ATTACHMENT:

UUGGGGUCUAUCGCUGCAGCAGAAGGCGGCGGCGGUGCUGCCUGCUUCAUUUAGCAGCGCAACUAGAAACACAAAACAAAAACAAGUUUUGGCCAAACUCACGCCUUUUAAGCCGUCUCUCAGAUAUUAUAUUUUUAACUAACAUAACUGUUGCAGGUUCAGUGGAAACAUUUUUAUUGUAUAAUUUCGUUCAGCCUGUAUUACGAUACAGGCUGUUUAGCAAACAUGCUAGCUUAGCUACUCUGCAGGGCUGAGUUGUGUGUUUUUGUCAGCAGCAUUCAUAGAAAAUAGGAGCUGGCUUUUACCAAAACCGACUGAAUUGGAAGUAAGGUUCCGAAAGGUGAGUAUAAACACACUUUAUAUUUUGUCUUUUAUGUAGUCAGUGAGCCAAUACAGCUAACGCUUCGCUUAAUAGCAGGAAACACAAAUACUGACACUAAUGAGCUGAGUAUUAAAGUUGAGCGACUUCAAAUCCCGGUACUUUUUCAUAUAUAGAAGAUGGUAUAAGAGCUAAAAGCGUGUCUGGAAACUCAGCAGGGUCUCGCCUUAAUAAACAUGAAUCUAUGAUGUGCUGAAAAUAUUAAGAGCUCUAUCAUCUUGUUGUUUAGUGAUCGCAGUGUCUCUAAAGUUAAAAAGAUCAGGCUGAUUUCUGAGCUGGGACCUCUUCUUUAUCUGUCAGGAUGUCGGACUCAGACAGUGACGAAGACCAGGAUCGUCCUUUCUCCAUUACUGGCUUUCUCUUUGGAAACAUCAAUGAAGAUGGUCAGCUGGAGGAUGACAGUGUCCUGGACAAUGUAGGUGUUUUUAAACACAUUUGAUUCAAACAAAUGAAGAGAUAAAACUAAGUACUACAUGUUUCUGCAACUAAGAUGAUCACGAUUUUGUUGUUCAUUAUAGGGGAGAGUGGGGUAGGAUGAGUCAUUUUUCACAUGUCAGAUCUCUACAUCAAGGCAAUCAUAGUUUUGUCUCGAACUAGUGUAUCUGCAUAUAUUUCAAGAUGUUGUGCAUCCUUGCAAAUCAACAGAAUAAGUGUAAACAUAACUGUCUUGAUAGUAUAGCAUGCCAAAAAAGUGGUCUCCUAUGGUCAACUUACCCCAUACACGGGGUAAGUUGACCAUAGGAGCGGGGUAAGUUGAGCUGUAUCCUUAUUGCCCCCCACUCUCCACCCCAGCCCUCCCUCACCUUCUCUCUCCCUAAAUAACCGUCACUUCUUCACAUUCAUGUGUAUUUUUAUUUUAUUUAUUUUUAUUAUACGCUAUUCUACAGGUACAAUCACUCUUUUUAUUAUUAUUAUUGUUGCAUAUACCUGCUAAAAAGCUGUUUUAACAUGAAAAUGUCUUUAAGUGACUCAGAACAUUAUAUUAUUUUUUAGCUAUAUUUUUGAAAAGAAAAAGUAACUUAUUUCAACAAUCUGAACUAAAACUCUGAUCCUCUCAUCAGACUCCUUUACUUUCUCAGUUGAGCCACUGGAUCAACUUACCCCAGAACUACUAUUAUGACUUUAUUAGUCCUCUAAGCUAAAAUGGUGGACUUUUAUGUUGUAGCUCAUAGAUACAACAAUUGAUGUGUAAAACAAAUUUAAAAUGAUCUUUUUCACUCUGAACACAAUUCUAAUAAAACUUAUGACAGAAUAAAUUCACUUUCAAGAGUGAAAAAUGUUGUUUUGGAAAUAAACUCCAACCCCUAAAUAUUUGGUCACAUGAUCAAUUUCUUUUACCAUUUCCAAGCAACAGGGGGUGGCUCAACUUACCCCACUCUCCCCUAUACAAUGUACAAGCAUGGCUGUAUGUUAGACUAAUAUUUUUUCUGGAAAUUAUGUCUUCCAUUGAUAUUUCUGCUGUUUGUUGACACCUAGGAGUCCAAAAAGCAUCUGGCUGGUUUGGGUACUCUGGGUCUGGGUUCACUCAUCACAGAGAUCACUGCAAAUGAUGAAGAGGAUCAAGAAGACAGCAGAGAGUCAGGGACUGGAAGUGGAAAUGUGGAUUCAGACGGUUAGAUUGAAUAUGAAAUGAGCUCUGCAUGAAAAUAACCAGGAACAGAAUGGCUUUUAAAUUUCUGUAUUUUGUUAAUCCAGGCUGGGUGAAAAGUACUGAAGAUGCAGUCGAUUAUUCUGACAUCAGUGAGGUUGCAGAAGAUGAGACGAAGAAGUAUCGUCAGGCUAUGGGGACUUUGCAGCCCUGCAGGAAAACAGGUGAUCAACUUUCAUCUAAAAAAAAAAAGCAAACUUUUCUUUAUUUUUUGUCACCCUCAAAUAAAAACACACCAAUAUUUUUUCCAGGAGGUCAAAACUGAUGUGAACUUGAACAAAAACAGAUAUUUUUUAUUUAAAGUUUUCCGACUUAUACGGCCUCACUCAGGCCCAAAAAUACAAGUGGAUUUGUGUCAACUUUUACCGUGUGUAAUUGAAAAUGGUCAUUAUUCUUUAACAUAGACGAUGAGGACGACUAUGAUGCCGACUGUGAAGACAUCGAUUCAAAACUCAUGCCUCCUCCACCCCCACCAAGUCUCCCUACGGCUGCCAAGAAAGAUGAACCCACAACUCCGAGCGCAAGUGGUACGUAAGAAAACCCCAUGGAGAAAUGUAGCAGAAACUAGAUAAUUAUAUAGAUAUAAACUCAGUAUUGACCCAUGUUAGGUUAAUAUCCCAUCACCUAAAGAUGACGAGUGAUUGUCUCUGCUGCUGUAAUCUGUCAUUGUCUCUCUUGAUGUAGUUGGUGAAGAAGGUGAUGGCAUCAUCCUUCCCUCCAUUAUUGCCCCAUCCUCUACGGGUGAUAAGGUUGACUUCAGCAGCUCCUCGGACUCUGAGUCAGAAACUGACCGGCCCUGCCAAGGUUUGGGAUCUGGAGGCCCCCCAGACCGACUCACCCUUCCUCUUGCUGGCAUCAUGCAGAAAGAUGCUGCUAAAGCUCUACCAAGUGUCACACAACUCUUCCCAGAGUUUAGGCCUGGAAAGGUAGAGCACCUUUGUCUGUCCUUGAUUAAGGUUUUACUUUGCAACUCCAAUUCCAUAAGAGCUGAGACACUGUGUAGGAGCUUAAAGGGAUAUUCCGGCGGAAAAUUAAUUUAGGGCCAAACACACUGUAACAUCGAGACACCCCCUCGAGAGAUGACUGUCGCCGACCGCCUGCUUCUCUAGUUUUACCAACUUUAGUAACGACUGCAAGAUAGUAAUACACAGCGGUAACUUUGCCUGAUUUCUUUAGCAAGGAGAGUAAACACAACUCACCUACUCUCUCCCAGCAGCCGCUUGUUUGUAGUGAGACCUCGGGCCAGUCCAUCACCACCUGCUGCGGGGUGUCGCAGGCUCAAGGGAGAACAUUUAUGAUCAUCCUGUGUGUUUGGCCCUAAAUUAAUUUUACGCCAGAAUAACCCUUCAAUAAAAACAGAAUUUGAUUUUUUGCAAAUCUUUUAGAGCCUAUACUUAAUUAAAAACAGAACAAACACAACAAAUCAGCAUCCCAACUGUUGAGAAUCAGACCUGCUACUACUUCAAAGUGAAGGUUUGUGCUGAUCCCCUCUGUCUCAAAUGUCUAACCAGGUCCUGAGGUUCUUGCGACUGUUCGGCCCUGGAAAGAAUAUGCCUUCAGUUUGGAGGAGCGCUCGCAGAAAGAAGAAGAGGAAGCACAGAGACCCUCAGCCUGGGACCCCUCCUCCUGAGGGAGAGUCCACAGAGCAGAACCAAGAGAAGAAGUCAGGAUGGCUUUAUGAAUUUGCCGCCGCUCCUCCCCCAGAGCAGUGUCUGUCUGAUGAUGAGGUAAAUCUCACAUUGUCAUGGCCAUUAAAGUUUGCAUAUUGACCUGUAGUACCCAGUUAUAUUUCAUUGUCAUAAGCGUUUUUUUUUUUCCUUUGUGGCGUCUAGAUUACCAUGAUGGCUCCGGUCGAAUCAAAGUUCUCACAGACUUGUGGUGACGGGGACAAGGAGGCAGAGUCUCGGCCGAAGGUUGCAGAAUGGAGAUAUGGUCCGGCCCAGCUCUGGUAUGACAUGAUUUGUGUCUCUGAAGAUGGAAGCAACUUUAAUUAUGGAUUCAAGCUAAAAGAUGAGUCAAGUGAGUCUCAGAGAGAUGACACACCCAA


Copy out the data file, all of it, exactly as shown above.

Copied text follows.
UUGGGGUCUAUCGCUGCAGCAGAAGGCGGCGGCGGUGCUGCCUGCUUCAUUUAGCAGCGCAACUAGAAACACAAAACAAAAACAAGUUUUGGCCAAACUCACGCCUUUUAAGCCGUCUCUCAGAUAUUAUAUUUUUAACUAACAUAACUGUUGCAGGUUCAGUGGAAACAUUUUUAUUGUAUAAUUUCGUUCAGCCUGUAUUACGAUACAGGCUGUUUAGCAAACAUGCUAGCUUAGCUACUCUGCAGGGCUGAGUUGUGUGUUUUUGUCAGCAGCAUUCAUAGAAAAUAGGAGCUGGCUUUUACCAAAACCGACUGAAUUGGAAGUAAGGUUCCGAAAGGUGAGUAUAAACACACUUUAUAUUUUGUCUUUUAUGUAGUCAGUGAGCCAAUACAGCUAACGCUUCGCUUAAUAGCAGGAAACACAAAUACUGACACUAAUGAGCUGAGUAUUAAAGUUGAGCGACUUCAAAUCCCGGUACUUUUUCAUAUAUAGAAGAUGGUAUAAGAGCUAAAAGCGUGUCUGGAAACUCAGCAGGGUCUCGCCUUAAUAAACAUGAAUCUAUGAUGUGCUGAAAAUAUUAAGAGCUCUAUCAUCUUGUUGUUUAGUGAUCGCAGUGUCUCUAAAGUUAAAAAGAUCAGGCUGAUUUCUGAGCUGGGACCUCUUCUUUAUCUGUCAGGAUGUCGGACUCAGACAGUGACGAAGACCAGGAUCGUCCUUUCUCCAUUACUGGCUUUCUCUUUGGAAACAUCAAUGAAGAUGGUCAGCUGGAGGAUGACAGUGUCCUGGACAAUGUAGGUGUUUUUAAACACAUUUGAUUCAAACAAAUGAAGAGAUAAAACUAAGUACUACAUGUUUCUGCAACUAAGAUGAUCACGAUUUUGUUGUUCAUUAUAGGGGAGAGUGGGGUAGGAUGAGUCAUUUUUCACAUGUCAGAUCUCUACAUCAAGGCAAUCAUAGUUUUGUCUCGAACUAGUGUAUCUGCAUAUAUUUCAAGAUGUUGUGCAUCCUUGCAAAUCAACAGAAUAAGUGUAAACAUAACUGUCUUGAUAGUAUAGCAUGCCAAAAAAGUGGUCUCCUAUGGUCAACUUACCCCAUACACGGGGUAAGUUGACCAUAGGAGCGGGGUAAGUUGAGCUGUAUCCUUAUUGCCCCCCACUCUCCACCCCAGCCCUCCCUCACCUUCUCUCUCCCUAAAUAACCGUCACUUCUUCACAUUCAUGUGUAUUUUUAUUUUAUUUAUUUUUAUUAUACGCUAUUCUACAGGUACAAUCACUCUUUUUAUUAUUAUUAUUGUUGCAUAUACCUGCUAAAAAGCUGUUUUAACAUGAAAAUGUCUUUAAGUGACUCAGAACAUUAUAUUAUUUUUUAGCUAUAUUUUUGAAAAGAAAAAGUAACUUAUUUCAACAAUCUGAACUAAAACUCUGAUCCUCUCAUCAGACUCCUUUACUUUCUCAGUUGAGCCACUGGAUCAACUUACCCCAGAACUACUAUUAUGACUUUAUUAGUCCUCUAAGCUAAAAUGGUGGACUUUUAUGUUGUAGCUCAUAGAUACAACAAUUGAUGUGUAAAACAAAUUUAAAAUGAUCUUUUUCACUCUGAACACAAUUCUAAUAAAACUUAUGACAGAAUAAAUUCACUUUCAAGAGUGAAAAAUGUUGUUUUGGAAAUAAACUCCAACCCCUAAAUAUUUGGUCACAUGAUCAAUUUCUUUUACCAUUUCCAAGCAACAGGGGGUGGCUCAACUUACCCCACUCUCCCCUAUACAAUGUACAAGCAUGGCUGUAUGUUAGACUAAUAUUUUUUCUGGAAAUUAUGUCUUCCAUUGAUAUUUCUGCUGUUUGUUGACACCUAGGAGUCCAAAAAGCAUCUGGCUGGUUUGGGUACUCUGGGUCUGGGUUCACUCAUCACAGAGAUCACUGCAAAUGAUGAAGAGGAUCAAGAAGACAGCAGAGAGUCAGGGACUGGAAGUGGAAAUGUGGAUUCAGACGGUUAGAUUGAAUAUGAAAUGAGCUCUGCAUGAAAAUAACCAGGAACAGAAUGGCUUUUAAAUUUCUGUAUUUUGUUAAUCCAGGCUGGGUGAAAAGUACUGAAGAUGCAGUCGAUUAUUCUGACAUCAGUGAGGUUGCAGAAGAUGAGACGAAGAAGUAUCGUCAGGCUAUGGGGACUUUGCAGCCCUGCAGGAAAACAGGUGAUCAACUUUCAUCUAAAAAAAAAAAGCAAACUUUUCUUUAUUUUUUGUCACCCUCAAAUAAAAACACACCAAUAUUUUUUCCAGGAGGUCAAAACUGAUGUGAACUUGAACAAAAACAGAUAUUUUUUAUUUAAAGUUUUCCGACUUAUACGGCCUCACUCAGGCCCAAAAAUACAAGUGGAUUUGUGUCAACUUUUACCGUGUGUAAUUGAAAAUGGUCAUUAUUCUUUAACAUAGACGAUGAGGACGACUAUGAUGCCGACUGUGAAGACAUCGAUUCAAAACUCAUGCCUCCUCCACCCCCACCAAGUCUCCCUACGGCUGCCAAGAAAGAUGAACCCACAACUCCGAGCGCAAGUGGUACGUAAGAAAACCCCAUGGAGAAAUGUAGCAGAAACUAGAUAAUUAUAUAGAUAUAAACUCAGUAUUGACCCAUGUUAGGUUAAUAUCCCAUCACCUAAAGAUGACGAGUGAUUGUCUCUGCUGCUGUAAUCUGUCAUUGUCUCUCUUGAUGUAGUUGGUGAAGAAGGUGAUGGCAUCAUCCUUCCCUCCAUUAUUGCCCCAUCCUCUACGGGUGAUAAGGUUGACUUCAGCAGCUCCUCGGACUCUGAGUCAGAAACUGACCGGCCCUGCCAAGGUUUGGGAUCUGGAGGCCCCCCAGACCGACUCACCCUUCCUCUUGCUGGCAUCAUGCAGAAAGAUGCUGCUAAAGCUCUACCAAGUGUCACACAACUCUUCCCAGAGUUUAGGCCUGGAAAGGUAGAGCACCUUUGUCUGUCCUUGAUUAAGGUUUUACUUUGCAACUCCAAUUCCAUAAGAGCUGAGACACUGUGUAGGAGCUUAAAGGGAUAUUCCGGCGGAAAAUUAAUUUAGGGCCAAACACACUGUAACAUCGAGACACCCCCUCGAGAGAUGACUGUCGCCGACCGCCUGCUUCUCUAGUUUUACCAACUUUAGUAACGACUGCAAGAUAGUAAUACACAGCGGUAACUUUGCCUGAUUUCUUUAGCAAGGAGAGUAAACACAACUCACCUACUCUCUCCCAGCAGCCGCUUGUUUGUAGUGAGACCUCGGGCCAGUCCAUCACCACCUGCUGCGGGGUGUCGCAGGCUCAAGGGAGAACAUUUAUGAUCAUCCUGUGUGUUUGGCCCUAAAUUAAUUUUACGCCAGAAUAACCCUUCAAUAAAAACAGAAUUUGAUUUUUUGCAAAUCUUUUAGAGCCUAUACUUAAUUAAAAACAGAACAAACACAACAAAUCAGCAUCCCAACUGUUGAGAAUCAGACCUGCUACUACUUCAAAGUGAAGGUUUGUGCUGAUCCCCUCUGUCUCAAAUGUCUAACCAGGUCCUGAGGUUCUUGCGACUGUUCGGCCCUGGAAAGAAUAUGCCUUCAGUUUGGAGGAGCGCUCGCAGAAAGAAGAAGAGGAAGCACAGAGACCCUCAGCCUGGGACCCCUCCUCCUGAGGGAGAGUCCACAGAGCAGAACCAAGAGAAGAAGUCAGGAUGGCUUUAUGAAUUUGCCGCCGCUCCUCCCCCAGAGCAGUGUCUGUCUGAUGAUGAGGUAAAUCUCACAUUGUCAUGGCCAUUAAAGUUUGCAUAUUGACCUGUAGUACCCAGUUAUAUUUCAUUGUCAUAAGCGUUUUUUUUUUUCCUUUGUGGCGUCUAGAUUACCAUGAUGGCUCCGGUCGAAUCAAAGUUCUCACAGACUUGUGGUGACGGGGACAAGGAGGCAGAGUCUCGGCCGAAGGUUGCAGAAUGGAGAUAUGGUCCGGCCCAGCUCUGGUAUGACAUGAUUUGUGUCUCUGAAGAUGGAAGCAACUUUAAUUAUGGAUUCAAGCUAAAAGAUGAGUCAAGUGAGUCUCAGAGAGAUGACACACCCAA